While warning of the danger of swaps-trading risks taken abroad damaging U.S. economy, CFTC Commissioner Mark Wetjen noted that he is not fully satisfied with extraterritoriality rules as currently proposed during a speech at ISDA’s Annual North American Conference.
“I continue to have concerns about the clarity, scope, and workability of the proposals in certain areas,” he said.
Internal disputes at the agency over the extraterritoriality rules are thought to be ongoing. Wetjen’s vote is critical, as he has distanced himself from CFTC Chairman Gary Gensler on the issue, after voting with him on every previous Dodd-Frank rule
As a result of Wetjen’s concerns, the proposal was issued in June as “interpretive guidance” rather than a more formal “proposed rule.” He also called for the financial industry to have more time to comply.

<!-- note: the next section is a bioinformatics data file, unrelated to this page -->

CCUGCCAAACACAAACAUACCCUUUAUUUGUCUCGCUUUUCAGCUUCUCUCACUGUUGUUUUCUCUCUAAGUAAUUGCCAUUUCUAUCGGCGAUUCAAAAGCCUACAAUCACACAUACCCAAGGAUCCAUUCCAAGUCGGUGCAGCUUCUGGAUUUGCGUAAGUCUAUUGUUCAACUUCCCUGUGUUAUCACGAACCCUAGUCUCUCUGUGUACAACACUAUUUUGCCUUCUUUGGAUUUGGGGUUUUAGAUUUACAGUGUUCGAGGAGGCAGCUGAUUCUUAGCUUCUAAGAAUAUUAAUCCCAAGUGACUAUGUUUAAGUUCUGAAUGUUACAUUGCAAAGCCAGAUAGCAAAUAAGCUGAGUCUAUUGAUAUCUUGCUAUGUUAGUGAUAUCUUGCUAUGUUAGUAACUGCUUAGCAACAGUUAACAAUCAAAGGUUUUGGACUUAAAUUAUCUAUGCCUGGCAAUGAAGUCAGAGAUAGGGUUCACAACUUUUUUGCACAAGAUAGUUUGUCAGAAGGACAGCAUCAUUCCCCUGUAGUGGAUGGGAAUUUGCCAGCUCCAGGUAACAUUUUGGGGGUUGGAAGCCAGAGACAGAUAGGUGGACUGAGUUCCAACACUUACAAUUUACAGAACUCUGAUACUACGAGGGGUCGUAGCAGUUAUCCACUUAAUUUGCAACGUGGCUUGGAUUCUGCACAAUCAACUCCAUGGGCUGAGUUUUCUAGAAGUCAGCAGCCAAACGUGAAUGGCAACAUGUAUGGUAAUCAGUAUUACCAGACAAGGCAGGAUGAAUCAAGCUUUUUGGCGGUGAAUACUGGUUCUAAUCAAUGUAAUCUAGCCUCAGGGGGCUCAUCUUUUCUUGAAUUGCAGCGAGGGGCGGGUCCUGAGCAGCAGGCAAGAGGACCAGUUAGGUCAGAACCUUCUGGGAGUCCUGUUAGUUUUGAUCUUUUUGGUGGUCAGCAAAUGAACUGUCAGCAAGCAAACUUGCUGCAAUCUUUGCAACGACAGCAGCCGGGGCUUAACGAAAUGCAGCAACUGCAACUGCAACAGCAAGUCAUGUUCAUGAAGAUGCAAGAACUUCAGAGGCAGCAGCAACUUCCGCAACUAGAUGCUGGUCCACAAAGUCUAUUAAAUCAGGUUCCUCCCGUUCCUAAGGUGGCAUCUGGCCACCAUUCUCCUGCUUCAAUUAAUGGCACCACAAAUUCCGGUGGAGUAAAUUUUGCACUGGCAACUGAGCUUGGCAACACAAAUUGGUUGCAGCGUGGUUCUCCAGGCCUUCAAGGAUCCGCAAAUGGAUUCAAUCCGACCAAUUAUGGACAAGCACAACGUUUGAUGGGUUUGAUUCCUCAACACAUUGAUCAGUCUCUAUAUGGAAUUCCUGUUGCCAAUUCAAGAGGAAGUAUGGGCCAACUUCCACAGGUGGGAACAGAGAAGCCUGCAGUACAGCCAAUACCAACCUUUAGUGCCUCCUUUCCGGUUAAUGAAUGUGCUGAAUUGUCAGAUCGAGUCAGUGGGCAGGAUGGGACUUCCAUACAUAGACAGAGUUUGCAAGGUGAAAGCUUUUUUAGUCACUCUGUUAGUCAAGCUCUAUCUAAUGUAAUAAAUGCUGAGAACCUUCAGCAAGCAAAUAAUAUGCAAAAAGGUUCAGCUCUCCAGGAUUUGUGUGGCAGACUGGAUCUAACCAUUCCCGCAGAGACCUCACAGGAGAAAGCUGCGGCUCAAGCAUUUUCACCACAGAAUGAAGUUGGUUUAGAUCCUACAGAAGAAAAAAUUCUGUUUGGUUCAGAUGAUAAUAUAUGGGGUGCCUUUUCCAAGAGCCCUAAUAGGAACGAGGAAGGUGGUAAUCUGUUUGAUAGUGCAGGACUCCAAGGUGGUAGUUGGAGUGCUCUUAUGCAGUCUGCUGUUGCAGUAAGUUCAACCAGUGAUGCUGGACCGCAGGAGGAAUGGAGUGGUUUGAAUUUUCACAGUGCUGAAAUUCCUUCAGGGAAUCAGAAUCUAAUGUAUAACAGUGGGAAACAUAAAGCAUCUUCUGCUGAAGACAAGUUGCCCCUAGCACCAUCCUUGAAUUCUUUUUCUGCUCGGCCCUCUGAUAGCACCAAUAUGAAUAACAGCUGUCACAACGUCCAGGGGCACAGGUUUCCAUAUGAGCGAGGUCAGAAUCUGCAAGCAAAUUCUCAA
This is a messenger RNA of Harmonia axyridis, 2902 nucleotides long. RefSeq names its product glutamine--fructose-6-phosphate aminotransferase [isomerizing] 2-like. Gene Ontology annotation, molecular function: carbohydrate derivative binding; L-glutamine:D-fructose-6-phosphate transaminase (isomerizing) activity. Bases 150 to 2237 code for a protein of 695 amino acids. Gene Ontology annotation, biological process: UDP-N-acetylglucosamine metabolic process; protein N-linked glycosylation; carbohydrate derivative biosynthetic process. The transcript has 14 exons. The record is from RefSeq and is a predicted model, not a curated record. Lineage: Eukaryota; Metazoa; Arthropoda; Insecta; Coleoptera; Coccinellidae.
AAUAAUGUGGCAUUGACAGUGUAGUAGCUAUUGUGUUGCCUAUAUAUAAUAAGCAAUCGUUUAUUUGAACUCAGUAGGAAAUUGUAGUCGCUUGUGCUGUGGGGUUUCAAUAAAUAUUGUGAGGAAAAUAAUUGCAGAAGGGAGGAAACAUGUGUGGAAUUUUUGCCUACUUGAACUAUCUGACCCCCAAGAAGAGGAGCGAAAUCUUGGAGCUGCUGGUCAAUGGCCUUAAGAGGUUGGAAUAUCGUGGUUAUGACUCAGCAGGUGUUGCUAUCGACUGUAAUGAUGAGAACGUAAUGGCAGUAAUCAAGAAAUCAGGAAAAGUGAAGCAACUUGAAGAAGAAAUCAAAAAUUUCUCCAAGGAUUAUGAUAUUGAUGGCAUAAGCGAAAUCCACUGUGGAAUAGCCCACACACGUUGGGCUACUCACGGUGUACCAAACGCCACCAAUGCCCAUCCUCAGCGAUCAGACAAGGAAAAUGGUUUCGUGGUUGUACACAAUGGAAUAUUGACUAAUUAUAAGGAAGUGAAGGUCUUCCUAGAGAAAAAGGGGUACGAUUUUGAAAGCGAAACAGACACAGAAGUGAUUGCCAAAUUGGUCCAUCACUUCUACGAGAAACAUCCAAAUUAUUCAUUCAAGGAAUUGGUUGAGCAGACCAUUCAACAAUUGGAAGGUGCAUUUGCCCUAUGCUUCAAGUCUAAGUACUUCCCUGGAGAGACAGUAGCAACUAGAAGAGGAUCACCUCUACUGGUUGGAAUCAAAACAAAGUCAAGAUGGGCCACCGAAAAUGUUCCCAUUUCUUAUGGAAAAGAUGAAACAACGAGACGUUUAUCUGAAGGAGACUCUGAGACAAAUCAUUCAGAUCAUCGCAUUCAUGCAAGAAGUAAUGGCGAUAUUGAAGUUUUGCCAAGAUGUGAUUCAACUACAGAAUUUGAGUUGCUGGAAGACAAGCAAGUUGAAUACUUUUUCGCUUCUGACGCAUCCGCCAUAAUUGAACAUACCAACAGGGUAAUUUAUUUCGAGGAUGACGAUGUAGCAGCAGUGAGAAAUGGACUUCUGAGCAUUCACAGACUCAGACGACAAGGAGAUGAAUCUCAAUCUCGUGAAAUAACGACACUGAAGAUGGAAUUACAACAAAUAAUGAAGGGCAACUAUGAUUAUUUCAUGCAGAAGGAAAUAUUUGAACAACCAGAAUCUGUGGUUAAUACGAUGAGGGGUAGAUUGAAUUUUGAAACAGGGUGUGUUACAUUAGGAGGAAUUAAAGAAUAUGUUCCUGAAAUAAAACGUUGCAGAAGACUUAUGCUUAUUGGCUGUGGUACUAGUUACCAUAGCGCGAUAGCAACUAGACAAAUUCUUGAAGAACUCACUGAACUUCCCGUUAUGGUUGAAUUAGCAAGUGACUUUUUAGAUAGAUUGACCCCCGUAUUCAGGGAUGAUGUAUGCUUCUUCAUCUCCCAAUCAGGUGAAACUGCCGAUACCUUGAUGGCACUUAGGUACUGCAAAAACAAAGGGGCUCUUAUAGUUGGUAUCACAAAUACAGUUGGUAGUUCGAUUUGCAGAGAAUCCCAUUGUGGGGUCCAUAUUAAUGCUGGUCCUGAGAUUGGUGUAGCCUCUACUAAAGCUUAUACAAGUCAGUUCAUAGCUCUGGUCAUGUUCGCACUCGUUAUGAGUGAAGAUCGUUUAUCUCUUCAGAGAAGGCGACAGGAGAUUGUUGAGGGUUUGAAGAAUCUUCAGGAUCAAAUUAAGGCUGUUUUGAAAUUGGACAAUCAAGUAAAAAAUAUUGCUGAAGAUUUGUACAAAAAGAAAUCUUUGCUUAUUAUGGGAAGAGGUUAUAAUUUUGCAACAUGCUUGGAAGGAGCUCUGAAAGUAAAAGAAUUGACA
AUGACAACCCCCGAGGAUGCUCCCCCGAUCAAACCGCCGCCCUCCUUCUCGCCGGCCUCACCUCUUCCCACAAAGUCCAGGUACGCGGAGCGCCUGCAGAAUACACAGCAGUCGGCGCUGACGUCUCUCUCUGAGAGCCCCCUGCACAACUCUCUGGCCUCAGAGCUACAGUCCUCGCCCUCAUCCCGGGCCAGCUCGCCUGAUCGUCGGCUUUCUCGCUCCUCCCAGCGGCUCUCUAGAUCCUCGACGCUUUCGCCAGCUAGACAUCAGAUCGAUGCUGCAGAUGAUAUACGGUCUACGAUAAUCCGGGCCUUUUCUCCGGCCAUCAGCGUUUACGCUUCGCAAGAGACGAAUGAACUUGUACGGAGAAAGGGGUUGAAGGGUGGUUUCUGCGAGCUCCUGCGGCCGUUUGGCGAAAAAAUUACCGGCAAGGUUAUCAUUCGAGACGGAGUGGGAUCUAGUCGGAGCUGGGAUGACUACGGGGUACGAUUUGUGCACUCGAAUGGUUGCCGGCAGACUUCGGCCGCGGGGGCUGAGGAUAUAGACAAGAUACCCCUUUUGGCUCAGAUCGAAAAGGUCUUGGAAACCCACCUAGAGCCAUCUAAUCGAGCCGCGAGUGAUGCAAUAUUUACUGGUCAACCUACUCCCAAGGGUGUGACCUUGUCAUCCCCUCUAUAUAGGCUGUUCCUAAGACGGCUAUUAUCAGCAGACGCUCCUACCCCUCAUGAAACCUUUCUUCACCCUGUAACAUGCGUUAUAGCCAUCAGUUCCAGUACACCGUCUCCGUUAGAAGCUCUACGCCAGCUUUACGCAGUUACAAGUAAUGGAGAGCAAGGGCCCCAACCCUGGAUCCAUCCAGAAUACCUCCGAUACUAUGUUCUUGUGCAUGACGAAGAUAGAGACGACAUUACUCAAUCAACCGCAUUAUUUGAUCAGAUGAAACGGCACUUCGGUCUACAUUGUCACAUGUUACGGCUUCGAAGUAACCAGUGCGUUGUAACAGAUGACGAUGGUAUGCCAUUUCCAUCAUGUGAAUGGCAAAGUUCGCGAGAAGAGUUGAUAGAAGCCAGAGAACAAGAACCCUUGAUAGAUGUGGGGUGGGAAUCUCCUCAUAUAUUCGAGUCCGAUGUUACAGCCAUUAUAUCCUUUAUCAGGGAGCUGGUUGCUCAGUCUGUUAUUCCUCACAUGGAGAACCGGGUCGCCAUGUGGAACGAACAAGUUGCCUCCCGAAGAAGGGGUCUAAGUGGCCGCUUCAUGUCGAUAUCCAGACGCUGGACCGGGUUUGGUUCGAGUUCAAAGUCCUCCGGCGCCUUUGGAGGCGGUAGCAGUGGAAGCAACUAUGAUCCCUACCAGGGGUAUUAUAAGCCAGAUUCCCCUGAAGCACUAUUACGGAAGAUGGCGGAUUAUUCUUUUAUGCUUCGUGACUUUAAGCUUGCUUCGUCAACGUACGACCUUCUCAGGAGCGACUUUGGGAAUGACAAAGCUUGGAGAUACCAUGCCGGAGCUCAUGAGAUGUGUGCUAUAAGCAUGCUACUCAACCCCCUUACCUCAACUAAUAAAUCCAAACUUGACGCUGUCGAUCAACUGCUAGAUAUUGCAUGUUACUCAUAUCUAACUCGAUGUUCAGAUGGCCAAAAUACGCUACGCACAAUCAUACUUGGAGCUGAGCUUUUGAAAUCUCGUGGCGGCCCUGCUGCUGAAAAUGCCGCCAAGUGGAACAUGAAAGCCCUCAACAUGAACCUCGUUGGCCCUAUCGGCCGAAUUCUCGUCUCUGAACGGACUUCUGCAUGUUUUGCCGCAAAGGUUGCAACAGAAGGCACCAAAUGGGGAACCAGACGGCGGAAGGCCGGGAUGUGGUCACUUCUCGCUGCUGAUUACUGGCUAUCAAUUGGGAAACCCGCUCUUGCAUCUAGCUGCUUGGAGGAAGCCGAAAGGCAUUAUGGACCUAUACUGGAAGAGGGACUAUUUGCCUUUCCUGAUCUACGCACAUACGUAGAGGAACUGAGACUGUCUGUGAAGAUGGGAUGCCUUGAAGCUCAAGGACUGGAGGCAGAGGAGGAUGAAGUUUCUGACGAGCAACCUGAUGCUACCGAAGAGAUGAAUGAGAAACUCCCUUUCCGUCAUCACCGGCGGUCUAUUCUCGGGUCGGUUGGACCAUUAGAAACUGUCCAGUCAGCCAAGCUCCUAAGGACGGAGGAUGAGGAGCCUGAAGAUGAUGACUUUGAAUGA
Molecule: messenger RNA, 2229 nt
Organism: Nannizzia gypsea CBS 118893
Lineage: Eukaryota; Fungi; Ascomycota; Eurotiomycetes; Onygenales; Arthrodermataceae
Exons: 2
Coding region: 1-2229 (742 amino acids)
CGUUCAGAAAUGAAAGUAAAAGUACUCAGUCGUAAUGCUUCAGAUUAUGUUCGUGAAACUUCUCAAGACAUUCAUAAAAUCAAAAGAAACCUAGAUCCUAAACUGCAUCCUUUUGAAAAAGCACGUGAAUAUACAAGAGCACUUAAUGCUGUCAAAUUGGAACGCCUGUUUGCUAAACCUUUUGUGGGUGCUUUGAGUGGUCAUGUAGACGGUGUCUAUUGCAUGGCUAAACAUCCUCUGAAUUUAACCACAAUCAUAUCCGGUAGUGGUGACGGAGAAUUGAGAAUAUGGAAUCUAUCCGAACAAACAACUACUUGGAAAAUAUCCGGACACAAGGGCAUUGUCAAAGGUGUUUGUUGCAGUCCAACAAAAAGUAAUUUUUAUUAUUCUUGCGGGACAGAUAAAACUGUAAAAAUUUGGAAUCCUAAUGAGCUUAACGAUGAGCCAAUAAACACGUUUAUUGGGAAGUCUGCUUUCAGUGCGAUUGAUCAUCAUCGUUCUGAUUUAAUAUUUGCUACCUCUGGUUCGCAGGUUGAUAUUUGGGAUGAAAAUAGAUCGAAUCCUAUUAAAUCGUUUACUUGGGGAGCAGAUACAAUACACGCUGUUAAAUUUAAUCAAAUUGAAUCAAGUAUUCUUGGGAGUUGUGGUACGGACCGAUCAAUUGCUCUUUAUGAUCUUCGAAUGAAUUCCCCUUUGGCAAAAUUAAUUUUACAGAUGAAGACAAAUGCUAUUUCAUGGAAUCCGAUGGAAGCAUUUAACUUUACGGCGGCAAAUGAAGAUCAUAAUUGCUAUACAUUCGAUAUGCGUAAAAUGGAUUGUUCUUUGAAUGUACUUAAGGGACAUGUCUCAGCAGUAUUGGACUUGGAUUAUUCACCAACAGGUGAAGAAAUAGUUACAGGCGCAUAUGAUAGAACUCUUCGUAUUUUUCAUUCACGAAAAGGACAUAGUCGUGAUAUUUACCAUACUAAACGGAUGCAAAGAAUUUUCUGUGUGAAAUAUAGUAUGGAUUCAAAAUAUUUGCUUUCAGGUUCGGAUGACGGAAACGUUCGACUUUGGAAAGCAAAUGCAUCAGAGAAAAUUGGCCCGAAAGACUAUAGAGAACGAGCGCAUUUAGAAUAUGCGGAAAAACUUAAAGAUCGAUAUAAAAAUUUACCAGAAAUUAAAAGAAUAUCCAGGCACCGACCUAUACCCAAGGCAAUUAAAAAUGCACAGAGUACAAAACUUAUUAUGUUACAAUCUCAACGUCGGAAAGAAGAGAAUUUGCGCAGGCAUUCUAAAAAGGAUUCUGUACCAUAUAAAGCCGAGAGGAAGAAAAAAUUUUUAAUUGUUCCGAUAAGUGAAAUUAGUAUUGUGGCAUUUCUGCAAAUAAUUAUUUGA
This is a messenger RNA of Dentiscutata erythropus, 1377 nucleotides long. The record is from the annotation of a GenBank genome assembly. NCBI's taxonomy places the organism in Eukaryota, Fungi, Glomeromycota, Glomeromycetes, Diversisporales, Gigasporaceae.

Mr. Wetjen has also been a driving force behind substituted compliance, also favored by industry groups, which would allow foreign banks to comply with local regulations in lieu of CFTC rules if the two are similarly rigorous.
“In light of the commission’s limited resources, efficient regulation through deference to comparable regulation just makes sense,” he said.